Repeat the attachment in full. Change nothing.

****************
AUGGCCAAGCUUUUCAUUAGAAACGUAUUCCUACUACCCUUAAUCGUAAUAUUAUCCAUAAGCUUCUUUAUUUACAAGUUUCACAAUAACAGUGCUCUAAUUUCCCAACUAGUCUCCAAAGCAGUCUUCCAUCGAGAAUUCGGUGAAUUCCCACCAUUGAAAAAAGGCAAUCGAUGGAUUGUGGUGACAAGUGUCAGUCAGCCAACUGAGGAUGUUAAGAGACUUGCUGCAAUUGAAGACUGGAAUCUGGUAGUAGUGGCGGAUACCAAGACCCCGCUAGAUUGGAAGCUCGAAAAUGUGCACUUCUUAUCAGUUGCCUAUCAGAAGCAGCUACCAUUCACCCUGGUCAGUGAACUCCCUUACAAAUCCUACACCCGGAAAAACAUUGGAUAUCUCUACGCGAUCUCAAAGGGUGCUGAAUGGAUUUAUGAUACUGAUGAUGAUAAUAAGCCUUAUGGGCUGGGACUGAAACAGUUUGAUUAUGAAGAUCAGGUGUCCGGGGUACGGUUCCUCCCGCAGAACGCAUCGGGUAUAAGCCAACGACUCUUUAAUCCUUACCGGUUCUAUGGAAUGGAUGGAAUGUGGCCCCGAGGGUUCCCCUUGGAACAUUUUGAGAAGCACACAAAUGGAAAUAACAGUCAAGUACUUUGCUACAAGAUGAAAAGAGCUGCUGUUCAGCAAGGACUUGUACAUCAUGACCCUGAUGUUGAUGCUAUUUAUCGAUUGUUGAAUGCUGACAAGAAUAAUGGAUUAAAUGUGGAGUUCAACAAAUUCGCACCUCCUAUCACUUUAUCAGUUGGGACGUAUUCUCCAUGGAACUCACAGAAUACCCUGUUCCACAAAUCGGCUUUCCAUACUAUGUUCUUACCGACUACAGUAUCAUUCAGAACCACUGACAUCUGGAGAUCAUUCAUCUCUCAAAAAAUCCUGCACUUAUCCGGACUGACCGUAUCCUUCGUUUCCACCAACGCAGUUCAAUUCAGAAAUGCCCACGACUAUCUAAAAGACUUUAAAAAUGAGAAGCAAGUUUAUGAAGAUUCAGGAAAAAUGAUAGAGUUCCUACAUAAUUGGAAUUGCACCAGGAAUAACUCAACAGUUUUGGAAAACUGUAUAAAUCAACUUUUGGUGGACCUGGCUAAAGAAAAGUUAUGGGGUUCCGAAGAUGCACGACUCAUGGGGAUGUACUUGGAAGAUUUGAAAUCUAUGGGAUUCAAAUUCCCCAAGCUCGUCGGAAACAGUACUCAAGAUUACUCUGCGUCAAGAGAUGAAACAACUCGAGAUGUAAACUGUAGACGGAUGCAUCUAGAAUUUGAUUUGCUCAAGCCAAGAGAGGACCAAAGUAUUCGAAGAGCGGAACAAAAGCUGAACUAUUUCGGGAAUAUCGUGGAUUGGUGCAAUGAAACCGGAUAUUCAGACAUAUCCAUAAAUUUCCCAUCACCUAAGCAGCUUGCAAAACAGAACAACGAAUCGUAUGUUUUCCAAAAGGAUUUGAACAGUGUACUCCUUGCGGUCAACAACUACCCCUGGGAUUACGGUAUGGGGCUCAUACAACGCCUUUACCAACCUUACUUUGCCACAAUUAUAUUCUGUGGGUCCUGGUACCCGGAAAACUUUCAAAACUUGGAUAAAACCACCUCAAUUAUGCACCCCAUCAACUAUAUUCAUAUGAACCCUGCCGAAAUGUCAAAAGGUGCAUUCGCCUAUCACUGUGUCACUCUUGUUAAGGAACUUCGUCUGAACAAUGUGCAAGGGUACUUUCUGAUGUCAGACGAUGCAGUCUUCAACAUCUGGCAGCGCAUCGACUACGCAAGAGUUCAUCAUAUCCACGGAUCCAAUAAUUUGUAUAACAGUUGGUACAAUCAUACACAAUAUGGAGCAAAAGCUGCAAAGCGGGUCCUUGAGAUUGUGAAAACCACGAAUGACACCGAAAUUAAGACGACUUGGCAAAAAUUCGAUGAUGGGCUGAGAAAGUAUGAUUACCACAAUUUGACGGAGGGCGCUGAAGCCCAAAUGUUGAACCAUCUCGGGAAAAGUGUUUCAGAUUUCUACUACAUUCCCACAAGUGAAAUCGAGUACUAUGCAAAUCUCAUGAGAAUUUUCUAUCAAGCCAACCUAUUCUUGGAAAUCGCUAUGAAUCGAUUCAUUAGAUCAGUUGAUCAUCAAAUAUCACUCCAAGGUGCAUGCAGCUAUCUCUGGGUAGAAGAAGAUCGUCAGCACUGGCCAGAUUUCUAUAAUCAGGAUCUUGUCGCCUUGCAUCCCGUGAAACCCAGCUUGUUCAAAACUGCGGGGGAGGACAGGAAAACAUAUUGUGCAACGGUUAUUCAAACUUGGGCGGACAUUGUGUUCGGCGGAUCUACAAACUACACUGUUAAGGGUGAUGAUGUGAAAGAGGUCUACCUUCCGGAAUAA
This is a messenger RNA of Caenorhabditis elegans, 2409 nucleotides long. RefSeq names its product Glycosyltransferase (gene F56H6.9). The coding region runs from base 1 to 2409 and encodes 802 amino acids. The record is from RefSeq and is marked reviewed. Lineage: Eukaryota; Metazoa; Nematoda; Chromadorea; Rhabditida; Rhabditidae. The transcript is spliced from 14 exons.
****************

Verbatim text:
AUGGCCAAGCUUUUCAUUAGAAACGUAUUCCUACUACCCUUAAUCGUAAUAUUAUCCAUAAGCUUCUUUAUUUACAAGUUUCACAAUAACAGUGCUCUAAUUUCCCAACUAGUCUCCAAAGCAGUCUUCCAUCGAGAAUUCGGUGAAUUCCCACCAUUGAAAAAAGGCAAUCGAUGGAUUGUGGUGACAAGUGUCAGUCAGCCAACUGAGGAUGUUAAGAGACUUGCUGCAAUUGAAGACUGGAAUCUGGUAGUAGUGGCGGAUACCAAGACCCCGCUAGAUUGGAAGCUCGAAAAUGUGCACUUCUUAUCAGUUGCCUAUCAGAAGCAGCUACCAUUCACCCUGGUCAGUGAACUCCCUUACAAAUCCUACACCCGGAAAAACAUUGGAUAUCUCUACGCGAUCUCAAAGGGUGCUGAAUGGAUUUAUGAUACUGAUGAUGAUAAUAAGCCUUAUGGGCUGGGACUGAAACAGUUUGAUUAUGAAGAUCAGGUGUCCGGGGUACGGUUCCUCCCGCAGAACGCAUCGGGUAUAAGCCAACGACUCUUUAAUCCUUACCGGUUCUAUGGAAUGGAUGGAAUGUGGCCCCGAGGGUUCCCCUUGGAACAUUUUGAGAAGCACACAAAUGGAAAUAACAGUCAAGUACUUUGCUACAAGAUGAAAAGAGCUGCUGUUCAGCAAGGACUUGUACAUCAUGACCCUGAUGUUGAUGCUAUUUAUCGAUUGUUGAAUGCUGACAAGAAUAAUGGAUUAAAUGUGGAGUUCAACAAAUUCGCACCUCCUAUCACUUUAUCAGUUGGGACGUAUUCUCCAUGGAACUCACAGAAUACCCUGUUCCACAAAUCGGCUUUCCAUACUAUGUUCUUACCGACUACAGUAUCAUUCAGAACCACUGACAUCUGGAGAUCAUUCAUCUCUCAAAAAAUCCUGCACUUAUCCGGACUGACCGUAUCCUUCGUUUCCACCAACGCAGUUCAAUUCAGAAAUGCCCACGACUAUCUAAAAGACUUUAAAAAUGAGAAGCAAGUUUAUGAAGAUUCAGGAAAAAUGAUAGAGUUCCUACAUAAUUGGAAUUGCACCAGGAAUAACUCAACAGUUUUGGAAAACUGUAUAAAUCAACUUUUGGUGGACCUGGCUAAAGAAAAGUUAUGGGGUUCCGAAGAUGCACGACUCAUGGGGAUGUACUUGGAAGAUUUGAAAUCUAUGGGAUUCAAAUUCCCCAAGCUCGUCGGAAACAGUACUCAAGAUUACUCUGCGUCAAGAGAUGAAACAACUCGAGAUGUAAACUGUAGACGGAUGCAUCUAGAAUUUGAUUUGCUCAAGCCAAGAGAGGACCAAAGUAUUCGAAGAGCGGAACAAAAGCUGAACUAUUUCGGGAAUAUCGUGGAUUGGUGCAAUGAAACCGGAUAUUCAGACAUAUCCAUAAAUUUCCCAUCACCUAAGCAGCUUGCAAAACAGAACAACGAAUCGUAUGUUUUCCAAAAGGAUUUGAACAGUGUACUCCUUGCGGUCAACAACUACCCCUGGGAUUACGGUAUGGGGCUCAUACAACGCCUUUACCAACCUUACUUUGCCACAAUUAUAUUCUGUGGGUCCUGGUACCCGGAAAACUUUCAAAACUUGGAUAAAACCACCUCAAUUAUGCACCCCAUCAACUAUAUUCAUAUGAACCCUGCCGAAAUGUCAAAAGGUGCAUUCGCCUAUCACUGUGUCACUCUUGUUAAGGAACUUCGUCUGAACAAUGUGCAAGGGUACUUUCUGAUGUCAGACGAUGCAGUCUUCAACAUCUGGCAGCGCAUCGACUACGCAAGAGUUCAUCAUAUCCACGGAUCCAAUAAUUUGUAUAACAGUUGGUACAAUCAUACACAAUAUGGAGCAAAAGCUGCAAAGCGGGUCCUUGAGAUUGUGAAAACCACGAAUGACACCGAAAUUAAGACGACUUGGCAAAAAUUCGAUGAUGGGCUGAGAAAGUAUGAUUACCACAAUUUGACGGAGGGCGCUGAAGCCCAAAUGUUGAACCAUCUCGGGAAAAGUGUUUCAGAUUUCUACUACAUUCCCACAAGUGAAAUCGAGUACUAUGCAAAUCUCAUGAGAAUUUUCUAUCAAGCCAACCUAUUCUUGGAAAUCGCUAUGAAUCGAUUCAUUAGAUCAGUUGAUCAUCAAAUAUCACUCCAAGGUGCAUGCAGCUAUCUCUGGGUAGAAGAAGAUCGUCAGCACUGGCCAGAUUUCUAUAAUCAGGAUCUUGUCGCCUUGCAUCCCGUGAAACCCAGCUUGUUCAAAACUGCGGGGGAGGACAGGAAAACAUAUUGUGCAACGGUUAUUCAAACUUGGGCGGACAUUGUGUUCGGCGGAUCUACAAACUACACUGUUAAGGGUGAUGAUGUGAAAGAGGUCUACCUUCCGGAAUAA
This is a messenger RNA of Caenorhabditis elegans, 2409 nucleotides long. RefSeq names its product Glycosyltransferase (gene F56H6.9). The coding region runs from base 1 to 2409 and encodes 802 amino acids. The record is from RefSeq and is marked reviewed. Lineage: Eukaryota; Metazoa; Nematoda; Chromadorea; Rhabditida; Rhabditidae. The transcript is spliced from 14 exons.